The very last leg of our Europe trip was Rome. This was one of my husband’s top choices, and it was high on my list of places I wanted to visit as well. I mean, my pre-teen Lizzie McGuire dreams had to be satisfied, am I right?
We arrived at the Roma Termini station and walked to our first hotel. We actually stayed in two hotels during our time in Rome; the second was a request of my husband’s. The first was one of the cheapest places we could find in the city–B&B Trinity.
Accommodation Review: B&B Trinity
This hotel is about a 10-15 minute walk from the Termini station and was easy to find with the directions provided. We were greeted by a friendly staff member on our arrival and shown to our room, which was a private double with an ensuite. Everything was clean and comfortable. The room seemed huge! It had air conditioning, which was an added bonus, and free wifi which worked wonderfully in our room.
Breakfast was included in the price, as it is with most B&Bs, and we found it was more of the same that we’d experienced at our other Italian hotels–croissant, those big crouton things, juice, and tea or coffee. It’s actually delivered to your door at a time that you request, which was pretty handy though I suppose if you don’t know what time you’re going to get up the next day it could be a bit of a nuisance.
I will say, the staff were super helpful. My sister-in-law joined us for our last few days in Rome and was going to be arriving late one evening and staying at Trinity. The owner ended up not being able to be there for the late arrival and arranged for another place for her to stay, which was close, and informed us about the change.
We’d highly recommend this as a basic sort of accommodation within easy walking distance of many of the main attractions.
Accommodation Review: Hotel Teatro di Pompeo
Our last night we stayed at Hotel Teatro di Pompeo, which is a higher-end hotel located in the heart of Rome. My husband chose this hotel because it’s supposedly built around the area where Julius Caesar was murdered, and he wanted “to see Caesar’s ghost.” ;) It was a bit expensive, but whatever!
The hotel was almost impossible to find. We knew we were in the right area, but it was tucked into a back alley and we struggled for a long time, having to ask at several different shops and getting different directions from each person we asked. Finally,we arrived and were greeted by a lady who was very nice in giving us tons of warnings about the “gypsies” that were around who would steal everything we had if we gave them half a chance. ;) We thought it was nice that she was looking after the guests’ best interests.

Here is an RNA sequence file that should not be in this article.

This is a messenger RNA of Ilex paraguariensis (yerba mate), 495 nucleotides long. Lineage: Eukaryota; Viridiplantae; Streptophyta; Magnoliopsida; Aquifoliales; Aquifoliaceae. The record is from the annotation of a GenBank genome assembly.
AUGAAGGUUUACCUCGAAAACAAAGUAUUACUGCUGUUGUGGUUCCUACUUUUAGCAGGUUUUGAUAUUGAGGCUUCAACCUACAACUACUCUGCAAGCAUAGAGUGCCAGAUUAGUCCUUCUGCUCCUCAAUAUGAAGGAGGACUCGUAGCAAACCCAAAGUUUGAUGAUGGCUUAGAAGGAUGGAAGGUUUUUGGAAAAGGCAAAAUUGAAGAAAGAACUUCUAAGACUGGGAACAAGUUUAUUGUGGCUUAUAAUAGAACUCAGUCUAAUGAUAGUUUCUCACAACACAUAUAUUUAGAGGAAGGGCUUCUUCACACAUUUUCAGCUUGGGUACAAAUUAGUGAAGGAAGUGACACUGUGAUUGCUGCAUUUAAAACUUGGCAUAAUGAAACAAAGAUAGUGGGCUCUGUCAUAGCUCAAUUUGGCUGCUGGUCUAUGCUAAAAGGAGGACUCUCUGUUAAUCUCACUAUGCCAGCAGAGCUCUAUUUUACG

The room was clean with lots of extras like slippers, shoe shining polish, soap, shampoo… We felt like we pretty much got our money’s worth. Breakfast was included in the morning and it was a buffet style with many more options than we’d had the rest of our time in Italy; eggs, meats, yoghurt, various fruits and pastries (and yes, more of those crouton things!). All in all, a good stay, even if we didn’t see Caeasar’s ghost.
Because we didn’t arrive until midday on our first day in Rome, we decided to take it easy and simply did a bit of cursory exploring, scoping out what we would do in the next few days. We walked over to the Colosseum and walked around a bit, buying lunch at one of the MANY vans with the brown overhangs that was parked around. The food there was actually pretty good, and it was only about 4 Euro per sandwich or pizza, which was pretty good value compared to going to a restaurant.
When we’d soaked in our fill and made something of a plan for the next day, we headed back to our hotel for a while. We ended up going back to the Termini station for dinner that night to eat at Ciao Ristorante, a self-service restaurant on the upper floor. We’d become fans of self-service over our time in Italy as we found it was a cheap, easy, no-fuss way to get food (in other words, our favourite way!). We went rather late for us (about 9 p.m.) and there wasn’t a ton of food out. But the chefs made up some pasta and pizza for us which was pretty good, and cheap too!
On the second day we headed out early to go inside the Colosseum. I had heard horror stories about the lines, but it wasn’t bad at all (we were there at probably 9:00 a.m. on a September weekday). It looked a bit intimidating at first, but it moved fast and we ended up standing in line for only about 10 minutes. While we were wandering around the outside, we were set upon by dozens of “tour guides” offering a “skip the line” tour… we weren’t sure if these guys were legit or not and decided it was best to avoid them. We also enjoyed the freedom of wandering around on our own without a tour weighing us down.
I’d say that a visit to the Colosseum is well worth the visit. It was a bit crowded inside, but there was so much history there it was difficult to know where to turn next! We had fun roaming and reading the various plaques and wandering through the museum. Tons of stuff to see!